Sat, May 12 2012 12:00 PM Posted By: Richard Pena
The streets and drives of Sweetwater Manor are probably the least used avenues in the entire South Bay, certainly in the Sweetwater Valley. The only time large trucks traverse these streets is on trash day, and that is just for a bare period of time. Things are going to change.
On Saturday, May 19 the traffic jams will be starting up at first light, as they say in the Westerns. Sweetwater Manor will be observing its annual neighborhood garage sale.
For the 28th time many of the 80 or so residences on the hill will be putting out those goodies and other housewares that have been gathering dust for a year or so, for the benefit of someone who has been “looking for something like that for ages.”
I was speaking with Bea Baumann the other day and asked her if there is anything new in this year’s sale. Bea, along with her partner, Evelyn Adams, will be chairing the affair. They have had this task for the past few years and it looks like they will have it for many more. The garage sale, as we have noted in previous years, has grown to the point that it has the distinction of being an institution. Nothing new, says the genial Baumann. And she is right. How do you improve on a near-perfect thing?
We were around for the very first one. A long time denizen of the hill, Nancy Parchman was the catalyst behind that initial sale. She, at that time, lived with her parents, Betty and the late Jim Parchman, and she thought that the garage sale would be a good way of getting to know one’s neighbors. And she was right. As was the custom then, and, I dare say, today the resident of the Manor will slip out of his or her chair and will take that leisurely stroll around the hill with the intentions of being neighborly. And who knows? He or she is liable to find that gadget that he has “been looking for all year.”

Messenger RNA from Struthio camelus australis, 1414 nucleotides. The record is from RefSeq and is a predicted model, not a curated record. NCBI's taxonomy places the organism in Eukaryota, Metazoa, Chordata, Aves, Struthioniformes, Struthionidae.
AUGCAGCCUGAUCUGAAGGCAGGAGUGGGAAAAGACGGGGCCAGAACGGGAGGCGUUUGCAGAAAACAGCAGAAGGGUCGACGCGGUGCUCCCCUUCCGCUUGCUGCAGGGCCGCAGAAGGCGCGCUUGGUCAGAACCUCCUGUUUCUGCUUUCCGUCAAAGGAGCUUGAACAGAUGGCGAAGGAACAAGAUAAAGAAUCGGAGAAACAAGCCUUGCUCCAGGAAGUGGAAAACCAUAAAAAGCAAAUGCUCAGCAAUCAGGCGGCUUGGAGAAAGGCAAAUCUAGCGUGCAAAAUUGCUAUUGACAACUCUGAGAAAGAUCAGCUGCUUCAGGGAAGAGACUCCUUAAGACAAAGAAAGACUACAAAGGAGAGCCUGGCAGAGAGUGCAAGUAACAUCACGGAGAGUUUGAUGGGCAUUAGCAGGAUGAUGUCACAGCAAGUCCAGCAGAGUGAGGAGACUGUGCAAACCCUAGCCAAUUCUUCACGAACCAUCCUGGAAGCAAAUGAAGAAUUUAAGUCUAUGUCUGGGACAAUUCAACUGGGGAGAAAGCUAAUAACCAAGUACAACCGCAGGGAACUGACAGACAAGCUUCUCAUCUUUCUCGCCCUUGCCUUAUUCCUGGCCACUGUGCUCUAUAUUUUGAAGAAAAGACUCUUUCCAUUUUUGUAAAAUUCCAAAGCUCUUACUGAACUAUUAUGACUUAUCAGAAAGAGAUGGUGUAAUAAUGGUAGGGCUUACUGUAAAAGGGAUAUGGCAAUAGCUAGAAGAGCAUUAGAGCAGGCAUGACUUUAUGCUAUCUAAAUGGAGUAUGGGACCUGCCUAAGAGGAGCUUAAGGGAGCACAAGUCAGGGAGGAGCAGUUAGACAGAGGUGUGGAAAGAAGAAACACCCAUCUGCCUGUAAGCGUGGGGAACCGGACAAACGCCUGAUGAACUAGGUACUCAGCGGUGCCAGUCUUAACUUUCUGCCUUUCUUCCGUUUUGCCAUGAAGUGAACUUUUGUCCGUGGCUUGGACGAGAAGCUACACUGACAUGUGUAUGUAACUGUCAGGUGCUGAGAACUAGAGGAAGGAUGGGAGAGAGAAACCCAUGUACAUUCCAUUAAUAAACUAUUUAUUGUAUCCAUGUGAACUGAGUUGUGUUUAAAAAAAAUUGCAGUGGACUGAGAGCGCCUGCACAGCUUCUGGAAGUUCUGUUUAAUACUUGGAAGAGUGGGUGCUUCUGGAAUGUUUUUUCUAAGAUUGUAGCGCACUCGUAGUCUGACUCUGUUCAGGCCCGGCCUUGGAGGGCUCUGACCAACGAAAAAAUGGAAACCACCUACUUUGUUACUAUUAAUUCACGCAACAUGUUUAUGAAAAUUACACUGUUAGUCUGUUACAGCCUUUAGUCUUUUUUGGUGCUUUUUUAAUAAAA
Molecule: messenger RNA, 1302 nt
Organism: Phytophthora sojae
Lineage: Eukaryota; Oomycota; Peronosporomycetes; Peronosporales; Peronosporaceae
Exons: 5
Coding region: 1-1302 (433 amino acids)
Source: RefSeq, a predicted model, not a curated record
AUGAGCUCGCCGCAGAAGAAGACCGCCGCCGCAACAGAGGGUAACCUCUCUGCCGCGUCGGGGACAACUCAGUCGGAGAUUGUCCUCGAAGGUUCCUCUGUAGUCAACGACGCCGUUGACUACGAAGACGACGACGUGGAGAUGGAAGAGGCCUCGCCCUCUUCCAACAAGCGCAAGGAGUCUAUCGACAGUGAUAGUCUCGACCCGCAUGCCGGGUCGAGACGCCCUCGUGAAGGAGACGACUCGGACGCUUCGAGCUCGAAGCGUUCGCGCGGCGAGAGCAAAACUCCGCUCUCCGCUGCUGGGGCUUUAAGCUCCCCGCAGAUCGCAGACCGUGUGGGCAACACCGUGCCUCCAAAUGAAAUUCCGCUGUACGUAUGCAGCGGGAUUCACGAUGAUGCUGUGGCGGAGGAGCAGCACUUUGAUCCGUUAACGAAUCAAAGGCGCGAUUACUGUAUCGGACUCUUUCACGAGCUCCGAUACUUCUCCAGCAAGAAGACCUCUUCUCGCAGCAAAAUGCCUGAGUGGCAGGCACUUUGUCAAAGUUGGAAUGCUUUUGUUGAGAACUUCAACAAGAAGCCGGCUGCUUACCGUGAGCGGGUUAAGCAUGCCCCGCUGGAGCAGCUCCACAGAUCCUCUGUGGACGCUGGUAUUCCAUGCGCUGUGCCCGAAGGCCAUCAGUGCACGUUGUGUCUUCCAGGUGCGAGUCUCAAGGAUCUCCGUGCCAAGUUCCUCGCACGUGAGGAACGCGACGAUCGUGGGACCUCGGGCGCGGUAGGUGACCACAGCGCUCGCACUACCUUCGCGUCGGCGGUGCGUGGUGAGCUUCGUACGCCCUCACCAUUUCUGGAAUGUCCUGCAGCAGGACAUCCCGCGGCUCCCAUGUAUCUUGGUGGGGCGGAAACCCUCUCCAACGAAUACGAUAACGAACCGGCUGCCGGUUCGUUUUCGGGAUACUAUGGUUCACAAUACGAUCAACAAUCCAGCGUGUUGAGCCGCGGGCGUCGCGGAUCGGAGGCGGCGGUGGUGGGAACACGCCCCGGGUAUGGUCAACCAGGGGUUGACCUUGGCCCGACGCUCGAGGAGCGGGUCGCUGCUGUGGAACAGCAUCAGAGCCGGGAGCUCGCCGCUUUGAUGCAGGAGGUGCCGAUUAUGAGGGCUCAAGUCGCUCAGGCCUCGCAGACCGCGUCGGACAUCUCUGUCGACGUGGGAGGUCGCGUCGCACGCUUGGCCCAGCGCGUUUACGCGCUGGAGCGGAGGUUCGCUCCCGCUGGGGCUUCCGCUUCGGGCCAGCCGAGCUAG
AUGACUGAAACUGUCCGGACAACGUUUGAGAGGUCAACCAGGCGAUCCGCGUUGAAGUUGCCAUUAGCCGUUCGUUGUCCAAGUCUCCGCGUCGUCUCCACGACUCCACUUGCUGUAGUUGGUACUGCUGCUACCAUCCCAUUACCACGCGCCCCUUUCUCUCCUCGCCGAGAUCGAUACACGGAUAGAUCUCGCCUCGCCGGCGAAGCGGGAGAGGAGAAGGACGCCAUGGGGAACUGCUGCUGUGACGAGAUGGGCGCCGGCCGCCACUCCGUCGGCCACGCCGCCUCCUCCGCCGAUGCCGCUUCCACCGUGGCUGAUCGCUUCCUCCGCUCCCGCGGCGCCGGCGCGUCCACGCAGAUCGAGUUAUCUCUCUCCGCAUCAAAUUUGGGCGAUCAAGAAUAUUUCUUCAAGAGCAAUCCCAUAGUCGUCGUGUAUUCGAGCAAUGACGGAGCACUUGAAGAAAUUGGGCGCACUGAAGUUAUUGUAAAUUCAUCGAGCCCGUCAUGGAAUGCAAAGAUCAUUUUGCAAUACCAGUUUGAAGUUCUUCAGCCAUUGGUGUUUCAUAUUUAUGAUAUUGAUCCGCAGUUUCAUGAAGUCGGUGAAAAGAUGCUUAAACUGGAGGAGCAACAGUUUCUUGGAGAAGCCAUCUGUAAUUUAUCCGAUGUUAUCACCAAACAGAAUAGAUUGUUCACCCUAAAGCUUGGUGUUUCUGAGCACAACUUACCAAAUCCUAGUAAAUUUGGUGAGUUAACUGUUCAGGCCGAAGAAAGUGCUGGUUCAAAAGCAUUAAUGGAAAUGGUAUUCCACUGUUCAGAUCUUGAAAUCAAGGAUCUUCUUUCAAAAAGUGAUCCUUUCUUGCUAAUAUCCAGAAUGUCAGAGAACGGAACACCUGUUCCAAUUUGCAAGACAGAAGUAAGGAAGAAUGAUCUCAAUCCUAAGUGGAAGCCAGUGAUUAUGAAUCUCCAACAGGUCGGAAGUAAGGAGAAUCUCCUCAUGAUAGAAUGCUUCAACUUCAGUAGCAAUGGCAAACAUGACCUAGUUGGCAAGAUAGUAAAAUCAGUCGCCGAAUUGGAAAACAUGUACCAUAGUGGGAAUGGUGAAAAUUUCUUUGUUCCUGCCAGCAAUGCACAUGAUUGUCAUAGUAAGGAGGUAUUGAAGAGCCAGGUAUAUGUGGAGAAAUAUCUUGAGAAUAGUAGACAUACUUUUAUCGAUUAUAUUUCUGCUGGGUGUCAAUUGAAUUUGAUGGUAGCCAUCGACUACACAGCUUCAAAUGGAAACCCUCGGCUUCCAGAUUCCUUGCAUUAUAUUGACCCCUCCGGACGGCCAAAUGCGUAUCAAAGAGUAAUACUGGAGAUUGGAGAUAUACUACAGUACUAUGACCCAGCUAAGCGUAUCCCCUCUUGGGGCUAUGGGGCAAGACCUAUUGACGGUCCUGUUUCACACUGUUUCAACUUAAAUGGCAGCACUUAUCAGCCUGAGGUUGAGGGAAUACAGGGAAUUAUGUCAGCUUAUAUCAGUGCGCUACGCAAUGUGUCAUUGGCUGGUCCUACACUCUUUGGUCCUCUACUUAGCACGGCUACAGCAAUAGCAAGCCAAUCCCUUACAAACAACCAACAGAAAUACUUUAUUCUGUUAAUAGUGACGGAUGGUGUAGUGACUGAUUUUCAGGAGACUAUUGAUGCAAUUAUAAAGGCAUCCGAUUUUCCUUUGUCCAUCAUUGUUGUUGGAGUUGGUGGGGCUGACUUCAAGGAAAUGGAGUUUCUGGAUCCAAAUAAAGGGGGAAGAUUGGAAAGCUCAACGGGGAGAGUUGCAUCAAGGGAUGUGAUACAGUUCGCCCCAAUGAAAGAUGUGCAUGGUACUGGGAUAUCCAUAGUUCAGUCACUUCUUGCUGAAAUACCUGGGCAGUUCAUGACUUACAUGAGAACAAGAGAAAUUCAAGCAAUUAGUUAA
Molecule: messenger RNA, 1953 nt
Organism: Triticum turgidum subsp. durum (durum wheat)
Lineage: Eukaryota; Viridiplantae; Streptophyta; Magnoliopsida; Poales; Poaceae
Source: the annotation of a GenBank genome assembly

We must remember that this type of sale, regardless of whether its title is garage sale or yard sale, or sidewalk sale is strictly an American way of marketing. There is nothing in the literature that makes us believe otherwise.
Even those with the lofty title of “estate sale” are nothing more than the common garage sale, perhaps with merchandise not found in the basement but the sales are the same as the others.
We recall that there were some years when the Manor’s garage sale was a bit more than that. The selling activity would culminate sometime in the afternoon and then the participants would meet at one of the residences for a pot luck type of repast.
I recall having some of these socials at the home of Josie and Marty Keller, who have since moved to Arizona. Keller would build and furnish the fire and the participants would bring their own main course. The latter could consist of anything from a filet mignon to the lowly hot dog. Keller would supply his version of barbecued beans
I never could understand how one could barbecue beans but Keller said so. And who were we to argue? The potluck was discontinued a few years ago.
But the selling of garage goodies continues. Most of the customers consist of those semi-pros who will turn around and sell some newly acquired item for, perhaps, a handsome profit. And then there are the residents of the hill who will find something he needs at his neighbor’s house and will buy it.
It is something that he badly requires. After all, he needs something to sell next year. Can’t afford to let this tradition die out.
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